The UK Insolvency Service today published its interim report on the permanent measures under the Corporate Insolvency and Governance Act 2020 — namely, restructuring plans, the stand-alone moratorium, and restrictions on contractual termination (ipso facto) clauses.
The report — based on independent research conducted by the University of Wolverhampton — concludes that these measures have been broadly welcomed by stakeholders and are seen as satisfying their policy objectives and assisting the rescue of companies as going concerns. The report includes interesting suggestions of how the measures could work even better — raising potential areas for future reforms in the medium-term.
The restructuring plan is seen as a success; the cross-class cram down power has been used successfully in cases where previously a scheme of arrangement alone would not have been effective. In considering potential areas for improvement, the report notes:
- restructuring plans are seen as too costly and time-consuming, especially for use in the SME market;
- the costs of challenging a restructuring plan are seen as excessive, which hinders the policy objective of protecting dissenting creditors;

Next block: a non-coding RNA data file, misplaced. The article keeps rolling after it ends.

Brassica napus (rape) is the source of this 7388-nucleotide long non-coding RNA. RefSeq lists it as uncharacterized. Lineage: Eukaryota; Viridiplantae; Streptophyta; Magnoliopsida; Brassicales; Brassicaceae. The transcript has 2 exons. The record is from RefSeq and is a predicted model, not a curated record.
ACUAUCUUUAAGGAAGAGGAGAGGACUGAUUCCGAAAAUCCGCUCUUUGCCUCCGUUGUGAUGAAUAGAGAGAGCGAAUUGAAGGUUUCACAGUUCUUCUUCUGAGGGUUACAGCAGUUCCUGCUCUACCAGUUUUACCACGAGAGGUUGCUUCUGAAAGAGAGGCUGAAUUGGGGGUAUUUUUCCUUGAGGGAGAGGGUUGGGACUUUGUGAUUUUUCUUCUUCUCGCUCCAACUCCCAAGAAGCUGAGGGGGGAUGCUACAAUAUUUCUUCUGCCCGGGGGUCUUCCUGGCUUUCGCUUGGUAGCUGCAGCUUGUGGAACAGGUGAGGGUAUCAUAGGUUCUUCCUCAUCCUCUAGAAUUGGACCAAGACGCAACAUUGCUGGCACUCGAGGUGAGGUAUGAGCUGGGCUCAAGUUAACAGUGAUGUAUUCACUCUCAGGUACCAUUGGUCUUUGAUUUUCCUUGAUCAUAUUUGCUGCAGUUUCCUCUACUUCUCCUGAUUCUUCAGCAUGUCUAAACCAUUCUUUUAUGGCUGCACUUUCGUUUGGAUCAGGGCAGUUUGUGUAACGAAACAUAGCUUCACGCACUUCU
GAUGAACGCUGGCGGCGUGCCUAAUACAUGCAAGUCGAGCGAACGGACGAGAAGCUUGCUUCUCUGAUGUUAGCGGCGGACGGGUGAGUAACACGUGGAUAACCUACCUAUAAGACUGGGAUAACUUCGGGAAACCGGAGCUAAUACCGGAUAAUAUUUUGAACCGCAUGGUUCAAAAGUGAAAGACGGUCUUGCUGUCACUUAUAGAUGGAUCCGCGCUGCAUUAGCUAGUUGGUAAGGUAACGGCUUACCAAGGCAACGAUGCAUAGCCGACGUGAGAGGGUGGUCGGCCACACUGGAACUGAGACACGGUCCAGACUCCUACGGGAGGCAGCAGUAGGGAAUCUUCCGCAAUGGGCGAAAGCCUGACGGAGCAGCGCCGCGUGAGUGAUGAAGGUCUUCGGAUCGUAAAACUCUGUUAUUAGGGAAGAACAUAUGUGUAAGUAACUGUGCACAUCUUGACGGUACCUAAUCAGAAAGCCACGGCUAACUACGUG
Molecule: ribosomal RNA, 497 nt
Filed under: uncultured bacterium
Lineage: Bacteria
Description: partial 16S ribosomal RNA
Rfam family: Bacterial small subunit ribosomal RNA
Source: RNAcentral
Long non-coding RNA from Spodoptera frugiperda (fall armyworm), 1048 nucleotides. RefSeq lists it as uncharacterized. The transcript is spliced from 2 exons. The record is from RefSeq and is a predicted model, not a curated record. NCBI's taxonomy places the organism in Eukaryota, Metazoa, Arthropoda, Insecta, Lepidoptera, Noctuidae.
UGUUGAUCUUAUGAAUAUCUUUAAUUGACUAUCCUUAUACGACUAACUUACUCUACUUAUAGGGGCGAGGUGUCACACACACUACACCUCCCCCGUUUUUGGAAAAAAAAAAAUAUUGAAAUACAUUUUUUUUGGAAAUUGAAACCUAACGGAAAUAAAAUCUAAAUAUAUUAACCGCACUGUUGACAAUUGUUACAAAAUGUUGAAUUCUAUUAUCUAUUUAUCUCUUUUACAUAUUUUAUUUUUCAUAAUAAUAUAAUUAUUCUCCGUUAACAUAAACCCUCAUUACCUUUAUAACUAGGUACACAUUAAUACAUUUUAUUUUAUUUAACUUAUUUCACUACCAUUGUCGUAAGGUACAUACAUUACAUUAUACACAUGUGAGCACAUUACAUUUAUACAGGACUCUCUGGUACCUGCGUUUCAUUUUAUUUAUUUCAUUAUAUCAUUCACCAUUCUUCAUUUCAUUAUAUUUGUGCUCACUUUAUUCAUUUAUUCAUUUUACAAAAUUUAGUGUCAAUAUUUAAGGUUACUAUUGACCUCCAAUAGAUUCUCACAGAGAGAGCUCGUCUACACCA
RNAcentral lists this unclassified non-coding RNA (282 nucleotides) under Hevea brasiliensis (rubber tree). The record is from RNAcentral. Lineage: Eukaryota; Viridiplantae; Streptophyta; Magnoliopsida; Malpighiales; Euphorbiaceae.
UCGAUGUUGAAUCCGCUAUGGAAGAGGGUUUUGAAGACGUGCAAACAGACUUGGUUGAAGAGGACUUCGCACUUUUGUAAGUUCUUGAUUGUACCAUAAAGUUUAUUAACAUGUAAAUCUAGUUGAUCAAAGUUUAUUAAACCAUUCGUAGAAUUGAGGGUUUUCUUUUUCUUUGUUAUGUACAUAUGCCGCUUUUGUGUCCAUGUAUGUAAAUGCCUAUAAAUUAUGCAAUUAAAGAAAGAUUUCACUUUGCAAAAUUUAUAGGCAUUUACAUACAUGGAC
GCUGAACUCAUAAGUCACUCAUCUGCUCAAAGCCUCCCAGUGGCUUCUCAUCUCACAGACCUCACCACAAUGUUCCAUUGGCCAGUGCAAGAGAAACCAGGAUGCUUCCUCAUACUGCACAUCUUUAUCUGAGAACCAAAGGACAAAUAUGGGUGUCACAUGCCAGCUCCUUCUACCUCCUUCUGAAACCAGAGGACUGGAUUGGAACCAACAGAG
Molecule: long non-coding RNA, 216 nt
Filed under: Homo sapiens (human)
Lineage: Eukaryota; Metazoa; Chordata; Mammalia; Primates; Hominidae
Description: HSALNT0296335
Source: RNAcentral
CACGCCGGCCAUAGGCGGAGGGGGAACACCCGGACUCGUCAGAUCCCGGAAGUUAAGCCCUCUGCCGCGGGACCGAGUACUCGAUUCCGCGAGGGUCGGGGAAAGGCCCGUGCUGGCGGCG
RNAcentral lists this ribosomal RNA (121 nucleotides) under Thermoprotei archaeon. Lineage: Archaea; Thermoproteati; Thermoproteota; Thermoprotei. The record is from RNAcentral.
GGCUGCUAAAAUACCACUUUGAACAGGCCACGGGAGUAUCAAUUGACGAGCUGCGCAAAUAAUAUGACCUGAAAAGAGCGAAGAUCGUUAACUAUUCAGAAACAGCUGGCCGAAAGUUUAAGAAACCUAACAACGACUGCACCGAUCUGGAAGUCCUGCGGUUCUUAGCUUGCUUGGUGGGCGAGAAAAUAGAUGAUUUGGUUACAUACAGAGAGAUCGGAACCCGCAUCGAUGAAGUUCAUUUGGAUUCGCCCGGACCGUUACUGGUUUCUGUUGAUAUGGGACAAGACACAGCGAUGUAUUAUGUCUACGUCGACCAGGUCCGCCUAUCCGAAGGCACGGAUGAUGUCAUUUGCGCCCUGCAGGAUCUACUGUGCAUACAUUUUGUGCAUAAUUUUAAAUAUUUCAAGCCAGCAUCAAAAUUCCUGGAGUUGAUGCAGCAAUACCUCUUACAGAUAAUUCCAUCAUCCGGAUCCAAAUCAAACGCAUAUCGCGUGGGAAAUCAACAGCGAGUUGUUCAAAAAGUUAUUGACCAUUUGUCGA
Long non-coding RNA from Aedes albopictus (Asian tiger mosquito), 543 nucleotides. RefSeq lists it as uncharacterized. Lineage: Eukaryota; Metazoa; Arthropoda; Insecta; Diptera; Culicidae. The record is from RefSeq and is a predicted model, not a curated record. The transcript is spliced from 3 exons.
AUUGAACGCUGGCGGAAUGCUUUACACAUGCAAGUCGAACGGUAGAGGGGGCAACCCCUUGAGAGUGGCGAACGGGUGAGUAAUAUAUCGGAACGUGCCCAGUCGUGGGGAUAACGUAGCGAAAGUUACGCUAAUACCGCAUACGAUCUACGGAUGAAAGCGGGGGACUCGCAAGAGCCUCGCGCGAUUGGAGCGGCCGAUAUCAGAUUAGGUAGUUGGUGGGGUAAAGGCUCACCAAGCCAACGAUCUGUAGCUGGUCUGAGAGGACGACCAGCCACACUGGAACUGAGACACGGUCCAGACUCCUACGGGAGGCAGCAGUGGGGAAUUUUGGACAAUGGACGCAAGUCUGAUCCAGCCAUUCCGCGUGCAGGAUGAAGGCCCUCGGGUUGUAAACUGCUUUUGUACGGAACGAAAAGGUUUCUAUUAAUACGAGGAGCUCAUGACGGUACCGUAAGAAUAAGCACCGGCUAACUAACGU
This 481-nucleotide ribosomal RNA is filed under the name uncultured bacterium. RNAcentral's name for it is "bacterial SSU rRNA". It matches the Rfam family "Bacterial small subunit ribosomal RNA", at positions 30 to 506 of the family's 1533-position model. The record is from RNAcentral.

- without greater disclosure and transparency requirements, the envisaged protection of creditors will be diminished; and
- reforming legislation to provide expressly that restructuring plans have extra-territorial effect would reduce costs as well as create certainty.
The report states that the standalone moratorium has been used successfully and has satisfied its policy objectives — although its use has so far been limited to the SME market, in part owing significant eligibility constraints.
Suspension of ipso facto (termination) clauses
There is a lack of evidence as to the practical operation of this measure, as pandemic-related measures effectively allowed many companies to avoid entering a formal insolvency procedure. However, the measure is broadly seen as a helpful power in helping to ensure a business can be turned around and jobs saved, satisfying the policy objective of preventing companies in insolvency procedures from being held hostage by suppliers.
Kirkland attorneys participated in interviews with the research team as part of their ‘expert sampling’ research process. The report is here.